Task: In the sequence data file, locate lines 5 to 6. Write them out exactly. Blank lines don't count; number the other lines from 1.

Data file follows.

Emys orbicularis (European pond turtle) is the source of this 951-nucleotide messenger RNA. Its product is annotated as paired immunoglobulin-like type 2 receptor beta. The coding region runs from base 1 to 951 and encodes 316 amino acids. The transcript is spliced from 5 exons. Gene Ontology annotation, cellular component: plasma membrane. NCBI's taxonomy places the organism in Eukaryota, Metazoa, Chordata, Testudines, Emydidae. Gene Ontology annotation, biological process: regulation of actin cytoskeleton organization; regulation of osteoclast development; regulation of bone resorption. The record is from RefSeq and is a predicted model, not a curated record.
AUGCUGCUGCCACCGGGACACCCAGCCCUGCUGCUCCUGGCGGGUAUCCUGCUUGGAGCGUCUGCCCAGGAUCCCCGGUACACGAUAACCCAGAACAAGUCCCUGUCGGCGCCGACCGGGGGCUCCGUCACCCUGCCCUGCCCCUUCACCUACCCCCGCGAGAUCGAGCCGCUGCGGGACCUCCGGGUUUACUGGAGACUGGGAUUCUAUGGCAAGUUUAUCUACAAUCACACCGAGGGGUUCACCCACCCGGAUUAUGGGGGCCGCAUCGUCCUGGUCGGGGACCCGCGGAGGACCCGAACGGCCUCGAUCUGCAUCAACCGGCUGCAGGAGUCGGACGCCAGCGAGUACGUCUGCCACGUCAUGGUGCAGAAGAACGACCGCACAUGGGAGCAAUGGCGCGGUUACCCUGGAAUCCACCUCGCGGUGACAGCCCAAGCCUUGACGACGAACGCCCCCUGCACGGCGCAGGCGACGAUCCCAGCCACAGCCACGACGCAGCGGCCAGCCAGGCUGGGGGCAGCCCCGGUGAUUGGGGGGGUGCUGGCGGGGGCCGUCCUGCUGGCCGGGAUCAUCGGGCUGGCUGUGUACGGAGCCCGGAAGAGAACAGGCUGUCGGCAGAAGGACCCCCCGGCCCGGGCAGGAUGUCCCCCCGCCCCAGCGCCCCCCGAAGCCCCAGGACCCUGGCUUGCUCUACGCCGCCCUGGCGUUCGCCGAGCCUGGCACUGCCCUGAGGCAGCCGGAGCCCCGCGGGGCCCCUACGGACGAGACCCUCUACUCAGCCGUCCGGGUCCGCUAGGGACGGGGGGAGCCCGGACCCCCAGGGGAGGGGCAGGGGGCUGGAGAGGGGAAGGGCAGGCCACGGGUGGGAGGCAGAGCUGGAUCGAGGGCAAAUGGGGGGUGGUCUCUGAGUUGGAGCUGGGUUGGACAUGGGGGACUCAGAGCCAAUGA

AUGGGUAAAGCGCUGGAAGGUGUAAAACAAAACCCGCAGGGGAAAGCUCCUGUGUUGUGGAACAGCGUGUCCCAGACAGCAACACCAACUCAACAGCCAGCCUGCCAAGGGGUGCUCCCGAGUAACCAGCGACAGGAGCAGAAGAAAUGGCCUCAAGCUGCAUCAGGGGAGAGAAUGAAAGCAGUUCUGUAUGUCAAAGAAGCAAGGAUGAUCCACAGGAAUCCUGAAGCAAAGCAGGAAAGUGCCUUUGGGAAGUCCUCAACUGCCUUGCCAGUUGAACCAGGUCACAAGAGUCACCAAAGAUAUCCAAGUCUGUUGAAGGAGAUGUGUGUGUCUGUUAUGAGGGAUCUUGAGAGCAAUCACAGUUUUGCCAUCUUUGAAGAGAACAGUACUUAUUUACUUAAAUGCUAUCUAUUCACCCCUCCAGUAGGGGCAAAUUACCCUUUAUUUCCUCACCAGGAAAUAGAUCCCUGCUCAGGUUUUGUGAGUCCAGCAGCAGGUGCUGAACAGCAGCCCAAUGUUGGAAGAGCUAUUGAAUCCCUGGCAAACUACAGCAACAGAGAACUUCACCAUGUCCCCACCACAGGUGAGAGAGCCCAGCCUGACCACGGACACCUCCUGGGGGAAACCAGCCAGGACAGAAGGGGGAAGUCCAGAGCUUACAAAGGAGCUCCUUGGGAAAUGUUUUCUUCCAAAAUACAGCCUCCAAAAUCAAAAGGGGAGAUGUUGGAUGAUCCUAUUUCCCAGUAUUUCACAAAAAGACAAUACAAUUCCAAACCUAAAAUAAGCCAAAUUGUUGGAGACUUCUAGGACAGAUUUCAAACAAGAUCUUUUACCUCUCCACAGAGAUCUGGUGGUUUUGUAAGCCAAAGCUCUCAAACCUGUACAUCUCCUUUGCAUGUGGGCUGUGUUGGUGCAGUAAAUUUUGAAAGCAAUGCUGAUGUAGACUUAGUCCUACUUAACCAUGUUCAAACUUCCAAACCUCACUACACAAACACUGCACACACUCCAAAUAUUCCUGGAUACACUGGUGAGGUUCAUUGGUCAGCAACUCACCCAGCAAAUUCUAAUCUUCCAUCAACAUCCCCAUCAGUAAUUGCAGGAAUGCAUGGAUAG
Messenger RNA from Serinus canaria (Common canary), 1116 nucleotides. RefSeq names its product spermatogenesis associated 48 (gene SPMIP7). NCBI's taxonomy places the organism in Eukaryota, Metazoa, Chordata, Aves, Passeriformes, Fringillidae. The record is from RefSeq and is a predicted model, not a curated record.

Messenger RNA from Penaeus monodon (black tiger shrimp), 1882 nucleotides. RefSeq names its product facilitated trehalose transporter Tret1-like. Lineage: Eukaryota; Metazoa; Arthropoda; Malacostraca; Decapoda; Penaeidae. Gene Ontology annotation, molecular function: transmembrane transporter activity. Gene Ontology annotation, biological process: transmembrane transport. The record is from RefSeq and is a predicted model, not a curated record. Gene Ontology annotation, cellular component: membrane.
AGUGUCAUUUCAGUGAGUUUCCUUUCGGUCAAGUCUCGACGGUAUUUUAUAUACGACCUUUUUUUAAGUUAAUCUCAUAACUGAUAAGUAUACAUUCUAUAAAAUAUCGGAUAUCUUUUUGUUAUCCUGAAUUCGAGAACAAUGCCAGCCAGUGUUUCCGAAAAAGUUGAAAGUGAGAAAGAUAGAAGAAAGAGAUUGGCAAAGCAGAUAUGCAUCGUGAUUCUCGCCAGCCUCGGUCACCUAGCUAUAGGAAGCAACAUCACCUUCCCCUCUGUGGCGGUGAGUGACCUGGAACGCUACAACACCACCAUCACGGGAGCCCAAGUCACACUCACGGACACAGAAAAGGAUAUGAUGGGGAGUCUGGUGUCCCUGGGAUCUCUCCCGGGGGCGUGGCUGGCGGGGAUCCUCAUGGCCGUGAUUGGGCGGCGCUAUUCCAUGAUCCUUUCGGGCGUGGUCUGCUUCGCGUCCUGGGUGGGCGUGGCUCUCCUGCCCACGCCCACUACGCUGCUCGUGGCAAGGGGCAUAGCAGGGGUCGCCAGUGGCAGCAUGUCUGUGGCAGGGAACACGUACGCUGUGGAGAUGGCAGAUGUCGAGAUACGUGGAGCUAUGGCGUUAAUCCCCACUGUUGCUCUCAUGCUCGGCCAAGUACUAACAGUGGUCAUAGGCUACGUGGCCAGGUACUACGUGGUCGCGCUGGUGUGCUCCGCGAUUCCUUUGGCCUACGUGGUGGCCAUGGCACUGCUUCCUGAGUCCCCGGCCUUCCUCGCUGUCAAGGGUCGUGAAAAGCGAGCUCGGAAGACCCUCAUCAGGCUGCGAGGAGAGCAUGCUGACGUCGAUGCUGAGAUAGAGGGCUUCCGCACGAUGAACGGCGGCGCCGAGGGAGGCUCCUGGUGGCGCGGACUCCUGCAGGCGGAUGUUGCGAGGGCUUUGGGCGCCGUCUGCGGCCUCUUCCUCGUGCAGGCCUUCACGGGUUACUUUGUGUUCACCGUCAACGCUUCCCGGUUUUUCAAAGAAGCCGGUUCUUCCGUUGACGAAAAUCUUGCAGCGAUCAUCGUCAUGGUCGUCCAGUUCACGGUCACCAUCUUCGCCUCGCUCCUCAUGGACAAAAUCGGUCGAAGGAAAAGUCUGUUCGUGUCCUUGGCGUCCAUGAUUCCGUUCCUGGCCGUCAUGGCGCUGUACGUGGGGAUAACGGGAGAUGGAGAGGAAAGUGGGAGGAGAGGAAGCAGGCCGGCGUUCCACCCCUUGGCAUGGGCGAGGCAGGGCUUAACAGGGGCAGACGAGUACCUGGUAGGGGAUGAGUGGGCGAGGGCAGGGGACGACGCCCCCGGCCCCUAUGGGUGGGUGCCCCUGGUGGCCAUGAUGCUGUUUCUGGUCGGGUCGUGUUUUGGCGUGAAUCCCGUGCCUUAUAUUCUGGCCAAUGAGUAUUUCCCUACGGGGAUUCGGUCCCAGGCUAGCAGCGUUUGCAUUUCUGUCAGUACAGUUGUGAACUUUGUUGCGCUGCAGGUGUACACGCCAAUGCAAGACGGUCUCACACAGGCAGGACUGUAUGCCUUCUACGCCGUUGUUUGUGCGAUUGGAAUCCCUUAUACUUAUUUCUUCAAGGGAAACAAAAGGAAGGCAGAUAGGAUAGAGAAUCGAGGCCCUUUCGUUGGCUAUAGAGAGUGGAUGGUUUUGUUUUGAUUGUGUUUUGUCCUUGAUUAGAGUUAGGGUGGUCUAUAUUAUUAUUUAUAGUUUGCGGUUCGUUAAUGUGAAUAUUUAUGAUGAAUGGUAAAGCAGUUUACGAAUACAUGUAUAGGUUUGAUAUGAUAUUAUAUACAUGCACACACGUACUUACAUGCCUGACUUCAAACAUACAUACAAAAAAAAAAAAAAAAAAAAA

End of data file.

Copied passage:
Messenger RNA from Penaeus monodon (black tiger shrimp), 1882 nucleotides. RefSeq names its product facilitated trehalose transporter Tret1-like. Lineage: Eukaryota; Metazoa; Arthropoda; Malacostraca; Decapoda; Penaeidae. Gene Ontology annotation, molecular function: transmembrane transporter activity. Gene Ontology annotation, biological process: transmembrane transport. The record is from RefSeq and is a predicted model, not a curated record. Gene Ontology annotation, cellular component: membrane.
AGUGUCAUUUCAGUGAGUUUCCUUUCGGUCAAGUCUCGACGGUAUUUUAUAUACGACCUUUUUUUAAGUUAAUCUCAUAACUGAUAAGUAUACAUUCUAUAAAAUAUCGGAUAUCUUUUUGUUAUCCUGAAUUCGAGAACAAUGCCAGCCAGUGUUUCCGAAAAAGUUGAAAGUGAGAAAGAUAGAAGAAAGAGAUUGGCAAAGCAGAUAUGCAUCGUGAUUCUCGCCAGCCUCGGUCACCUAGCUAUAGGAAGCAACAUCACCUUCCCCUCUGUGGCGGUGAGUGACCUGGAACGCUACAACACCACCAUCACGGGAGCCCAAGUCACACUCACGGACACAGAAAAGGAUAUGAUGGGGAGUCUGGUGUCCCUGGGAUCUCUCCCGGGGGCGUGGCUGGCGGGGAUCCUCAUGGCCGUGAUUGGGCGGCGCUAUUCCAUGAUCCUUUCGGGCGUGGUCUGCUUCGCGUCCUGGGUGGGCGUGGCUCUCCUGCCCACGCCCACUACGCUGCUCGUGGCAAGGGGCAUAGCAGGGGUCGCCAGUGGCAGCAUGUCUGUGGCAGGGAACACGUACGCUGUGGAGAUGGCAGAUGUCGAGAUACGUGGAGCUAUGGCGUUAAUCCCCACUGUUGCUCUCAUGCUCGGCCAAGUACUAACAGUGGUCAUAGGCUACGUGGCCAGGUACUACGUGGUCGCGCUGGUGUGCUCCGCGAUUCCUUUGGCCUACGUGGUGGCCAUGGCACUGCUUCCUGAGUCCCCGGCCUUCCUCGCUGUCAAGGGUCGUGAAAAGCGAGCUCGGAAGACCCUCAUCAGGCUGCGAGGAGAGCAUGCUGACGUCGAUGCUGAGAUAGAGGGCUUCCGCACGAUGAACGGCGGCGCCGAGGGAGGCUCCUGGUGGCGCGGACUCCUGCAGGCGGAUGUUGCGAGGGCUUUGGGCGCCGUCUGCGGCCUCUUCCUCGUGCAGGCCUUCACGGGUUACUUUGUGUUCACCGUCAACGCUUCCCGGUUUUUCAAAGAAGCCGGUUCUUCCGUUGACGAAAAUCUUGCAGCGAUCAUCGUCAUGGUCGUCCAGUUCACGGUCACCAUCUUCGCCUCGCUCCUCAUGGACAAAAUCGGUCGAAGGAAAAGUCUGUUCGUGUCCUUGGCGUCCAUGAUUCCGUUCCUGGCCGUCAUGGCGCUGUACGUGGGGAUAACGGGAGAUGGAGAGGAAAGUGGGAGGAGAGGAAGCAGGCCGGCGUUCCACCCCUUGGCAUGGGCGAGGCAGGGCUUAACAGGGGCAGACGAGUACCUGGUAGGGGAUGAGUGGGCGAGGGCAGGGGACGACGCCCCCGGCCCCUAUGGGUGGGUGCCCCUGGUGGCCAUGAUGCUGUUUCUGGUCGGGUCGUGUUUUGGCGUGAAUCCCGUGCCUUAUAUUCUGGCCAAUGAGUAUUUCCCUACGGGGAUUCGGUCCCAGGCUAGCAGCGUUUGCAUUUCUGUCAGUACAGUUGUGAACUUUGUUGCGCUGCAGGUGUACACGCCAAUGCAAGACGGUCUCACACAGGCAGGACUGUAUGCCUUCUACGCCGUUGUUUGUGCGAUUGGAAUCCCUUAUACUUAUUUCUUCAAGGGAAACAAAAGGAAGGCAGAUAGGAUAGAGAAUCGAGGCCCUUUCGUUGGCUAUAGAGAGUGGAUGGUUUUGUUUUGAUUGUGUUUUGUCCUUGAUUAGAGUUAGGGUGGUCUAUAUUAUUAUUUAUAGUUUGCGGUUCGUUAAUGUGAAUAUUUAUGAUGAAUGGUAAAGCAGUUUACGAAUACAUGUAUAGGUUUGAUAUGAUAUUAUAUACAUGCACACACGUACUUACAUGCCUGACUUCAAACAUACAUACAAAAAAAAAAAAAAAAAAAAA